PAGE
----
Specific SNA guiding principles for both federal school nutrition programs and items sold or served on the school campus outside of reimbursable meals can be accessed through Related Links along with the specific standards as approved by the SNA Board of Directors.

Next Steps and Suggested Uses for SNA National Nutrition Standards

The SNA recommended national nutrition standards can be utilized in several ways:

  • Federal Policy: SNA supports the Child Nutrition Promotion and School Lunch Protection Act (S. 771/HR 1363), federal legislation that would give USDA the authority to set and enforce national nutrition standards for foods and beverages offered outside of school meals. SNA's recommended nutrition standards are consistent with this legislation. SNA will also formally submit the SNA National Nutrition Standards for reimbursable meals to the Institute on Medicine panel considering new meal pattern requirements.
  • State Policy: SNA's National Nutrition Standards can be used by state school nutrition leadership, state agency personnel and other advocates for child nutrition at the state level as a model for legislated or regulated, science-based state school nutrition standards.
  • Local Policy: School nutrition directors and other leaders in the school environment can use SNA's National Nutrition Standards as a component of local school wellness policies to address the requirement for nutrition standards for all foods and beverages offered in schools.
  • Industry Guidelines. Companies that provide food and beverage items to the school foodservice market can use SNA's National Nutrition Standards as a guideline when developing or modifying products.

Additional Background on the Need for National Nutrition Standards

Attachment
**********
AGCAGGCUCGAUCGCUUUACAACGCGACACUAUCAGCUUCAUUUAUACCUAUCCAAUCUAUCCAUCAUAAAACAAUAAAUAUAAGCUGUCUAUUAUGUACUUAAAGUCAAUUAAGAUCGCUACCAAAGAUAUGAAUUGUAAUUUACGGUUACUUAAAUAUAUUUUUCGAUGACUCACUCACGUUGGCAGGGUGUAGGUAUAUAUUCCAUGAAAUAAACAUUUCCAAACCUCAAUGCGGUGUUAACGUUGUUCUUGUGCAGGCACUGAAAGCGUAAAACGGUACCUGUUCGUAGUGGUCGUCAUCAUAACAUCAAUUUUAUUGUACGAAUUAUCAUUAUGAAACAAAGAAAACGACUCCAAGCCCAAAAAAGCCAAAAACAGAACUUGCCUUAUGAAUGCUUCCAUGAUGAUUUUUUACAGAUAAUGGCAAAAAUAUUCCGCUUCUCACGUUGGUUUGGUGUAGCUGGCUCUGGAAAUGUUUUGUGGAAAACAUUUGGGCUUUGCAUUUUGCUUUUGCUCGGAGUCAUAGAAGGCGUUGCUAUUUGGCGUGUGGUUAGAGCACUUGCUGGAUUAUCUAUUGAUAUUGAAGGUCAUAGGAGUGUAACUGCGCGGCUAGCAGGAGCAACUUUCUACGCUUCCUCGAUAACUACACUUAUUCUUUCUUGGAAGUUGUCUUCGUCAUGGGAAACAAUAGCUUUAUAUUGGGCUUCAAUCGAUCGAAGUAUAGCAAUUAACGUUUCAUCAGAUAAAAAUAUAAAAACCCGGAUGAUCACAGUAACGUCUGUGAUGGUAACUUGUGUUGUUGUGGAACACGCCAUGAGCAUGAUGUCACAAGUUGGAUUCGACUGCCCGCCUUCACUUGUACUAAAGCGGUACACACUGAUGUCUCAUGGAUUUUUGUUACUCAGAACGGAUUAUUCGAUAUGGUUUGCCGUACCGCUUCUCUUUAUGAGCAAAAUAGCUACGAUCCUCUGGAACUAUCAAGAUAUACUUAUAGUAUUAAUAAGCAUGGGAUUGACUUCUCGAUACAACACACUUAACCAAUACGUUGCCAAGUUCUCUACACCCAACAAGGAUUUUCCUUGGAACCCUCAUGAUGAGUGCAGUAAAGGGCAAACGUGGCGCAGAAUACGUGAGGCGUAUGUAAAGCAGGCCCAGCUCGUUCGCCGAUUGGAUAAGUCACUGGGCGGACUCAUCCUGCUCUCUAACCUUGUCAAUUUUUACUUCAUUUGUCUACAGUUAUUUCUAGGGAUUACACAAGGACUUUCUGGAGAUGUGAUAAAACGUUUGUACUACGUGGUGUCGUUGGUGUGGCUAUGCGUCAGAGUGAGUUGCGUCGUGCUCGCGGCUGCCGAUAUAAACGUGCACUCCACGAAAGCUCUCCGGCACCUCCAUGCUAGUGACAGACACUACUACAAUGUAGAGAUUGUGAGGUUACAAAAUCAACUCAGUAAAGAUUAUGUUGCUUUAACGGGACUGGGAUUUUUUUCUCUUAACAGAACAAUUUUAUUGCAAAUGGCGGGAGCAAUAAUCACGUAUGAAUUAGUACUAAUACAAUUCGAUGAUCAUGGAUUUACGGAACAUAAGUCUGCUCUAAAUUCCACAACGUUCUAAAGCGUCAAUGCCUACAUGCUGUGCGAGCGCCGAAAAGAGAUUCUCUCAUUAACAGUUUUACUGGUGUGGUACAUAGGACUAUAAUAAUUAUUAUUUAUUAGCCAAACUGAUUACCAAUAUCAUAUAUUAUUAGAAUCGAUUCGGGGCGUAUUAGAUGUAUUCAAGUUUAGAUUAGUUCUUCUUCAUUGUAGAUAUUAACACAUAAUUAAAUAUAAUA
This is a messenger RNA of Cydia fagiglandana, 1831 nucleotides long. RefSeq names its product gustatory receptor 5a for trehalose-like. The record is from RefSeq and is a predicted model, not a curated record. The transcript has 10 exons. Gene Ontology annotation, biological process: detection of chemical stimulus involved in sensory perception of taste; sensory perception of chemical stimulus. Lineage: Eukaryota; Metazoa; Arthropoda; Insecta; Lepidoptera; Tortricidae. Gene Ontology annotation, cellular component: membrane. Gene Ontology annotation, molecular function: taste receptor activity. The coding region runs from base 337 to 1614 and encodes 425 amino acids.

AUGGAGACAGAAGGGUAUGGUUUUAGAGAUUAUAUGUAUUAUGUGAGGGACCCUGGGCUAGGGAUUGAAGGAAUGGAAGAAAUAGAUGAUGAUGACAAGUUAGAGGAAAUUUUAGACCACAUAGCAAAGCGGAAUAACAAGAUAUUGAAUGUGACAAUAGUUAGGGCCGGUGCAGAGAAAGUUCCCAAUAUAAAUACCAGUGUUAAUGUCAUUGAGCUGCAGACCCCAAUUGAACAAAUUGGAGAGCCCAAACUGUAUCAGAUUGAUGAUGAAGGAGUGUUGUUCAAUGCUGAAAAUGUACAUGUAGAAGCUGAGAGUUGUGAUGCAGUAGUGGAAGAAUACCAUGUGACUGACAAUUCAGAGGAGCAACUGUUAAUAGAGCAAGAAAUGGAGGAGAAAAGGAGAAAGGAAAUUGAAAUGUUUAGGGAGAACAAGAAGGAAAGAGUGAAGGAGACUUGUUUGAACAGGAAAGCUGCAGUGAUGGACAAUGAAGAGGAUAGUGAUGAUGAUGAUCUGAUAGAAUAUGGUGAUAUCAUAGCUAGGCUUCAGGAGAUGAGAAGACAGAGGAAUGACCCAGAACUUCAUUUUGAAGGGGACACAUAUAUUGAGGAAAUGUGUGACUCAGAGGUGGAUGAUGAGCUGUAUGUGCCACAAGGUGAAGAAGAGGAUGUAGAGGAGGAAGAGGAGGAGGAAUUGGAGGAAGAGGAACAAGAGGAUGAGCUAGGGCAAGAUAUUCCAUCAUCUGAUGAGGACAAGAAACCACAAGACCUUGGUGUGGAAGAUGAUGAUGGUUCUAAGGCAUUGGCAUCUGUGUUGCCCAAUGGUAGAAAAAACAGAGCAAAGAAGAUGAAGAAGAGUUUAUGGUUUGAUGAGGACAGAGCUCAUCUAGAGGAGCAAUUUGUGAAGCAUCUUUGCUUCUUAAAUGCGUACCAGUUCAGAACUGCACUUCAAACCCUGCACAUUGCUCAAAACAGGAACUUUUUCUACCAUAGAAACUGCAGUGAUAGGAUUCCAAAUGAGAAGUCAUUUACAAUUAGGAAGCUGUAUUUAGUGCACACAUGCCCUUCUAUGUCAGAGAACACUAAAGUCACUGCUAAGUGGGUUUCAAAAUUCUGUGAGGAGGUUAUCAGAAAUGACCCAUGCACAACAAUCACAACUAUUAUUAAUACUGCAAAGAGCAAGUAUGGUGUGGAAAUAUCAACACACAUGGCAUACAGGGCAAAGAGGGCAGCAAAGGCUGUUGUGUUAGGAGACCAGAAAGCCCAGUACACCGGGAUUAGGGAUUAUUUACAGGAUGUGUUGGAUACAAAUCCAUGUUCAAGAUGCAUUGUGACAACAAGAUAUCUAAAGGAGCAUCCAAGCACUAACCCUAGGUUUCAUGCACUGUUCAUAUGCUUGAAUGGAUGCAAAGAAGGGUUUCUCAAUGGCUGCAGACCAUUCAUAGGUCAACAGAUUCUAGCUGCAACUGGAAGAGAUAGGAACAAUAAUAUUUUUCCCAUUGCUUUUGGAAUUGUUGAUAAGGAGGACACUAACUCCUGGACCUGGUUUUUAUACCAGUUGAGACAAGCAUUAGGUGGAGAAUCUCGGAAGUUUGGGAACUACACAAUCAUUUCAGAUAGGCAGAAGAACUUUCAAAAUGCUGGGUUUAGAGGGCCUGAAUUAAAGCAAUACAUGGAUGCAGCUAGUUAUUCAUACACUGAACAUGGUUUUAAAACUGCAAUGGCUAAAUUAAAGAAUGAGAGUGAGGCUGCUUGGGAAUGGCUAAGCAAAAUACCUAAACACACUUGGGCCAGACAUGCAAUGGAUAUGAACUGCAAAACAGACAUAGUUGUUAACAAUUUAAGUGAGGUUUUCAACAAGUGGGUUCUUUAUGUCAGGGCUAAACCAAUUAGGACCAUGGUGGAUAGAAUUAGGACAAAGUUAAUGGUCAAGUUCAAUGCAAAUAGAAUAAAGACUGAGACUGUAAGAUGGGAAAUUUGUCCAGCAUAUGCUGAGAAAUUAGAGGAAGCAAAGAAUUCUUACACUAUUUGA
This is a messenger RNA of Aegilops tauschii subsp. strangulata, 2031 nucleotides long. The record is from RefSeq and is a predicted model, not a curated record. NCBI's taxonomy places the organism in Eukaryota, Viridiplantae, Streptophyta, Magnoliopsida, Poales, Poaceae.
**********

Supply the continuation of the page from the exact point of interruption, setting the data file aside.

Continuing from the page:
For more than ten years, SNA has held the position that nutrition standards should be applied to foods and beverages available outside of the reimbursable school meal programs (National School Lunch Program (NSLP) and the School Breakfast Program (SBP.)) While nutritious meals are sold within the cafeteria as part of these programs, too often they compete with unregulated foods and beverages outside of the cafeteria. Local wellness policies and the efforts of school nutrition professionals, parents and others have made substantial progress in promoting healthful options throughout the school environment;  however, the need for consistent, uniform, science-based, enforceable nutrition standards for food and beverages sold/served outside of reimbursable meals remains.

With regard to reimbursable meals, the USDA, as required by federal law, sets nutrition standards in the form of meal pattern requirements consistent with the goals of the Dietary Guidelines for Americans. State and local regulations in recent years have veered from this goal by setting additional, sometimes more stringent requirements that may not be science-based, therefore creating the need for uniform national nutrition standards for reimbursable meals. The USDA Food and Nutrition Service is currently working with the Institute on Medicine on a process to update the meal pattern requirements for the NSLP and SBP to reflect the 2005 Dietary Guidelines for Americans.

 

National School Nutrition Standards Resources

State School Nutrition Standards Information

Local School Nutrition Standards Information

Other Related Government Affairs Resources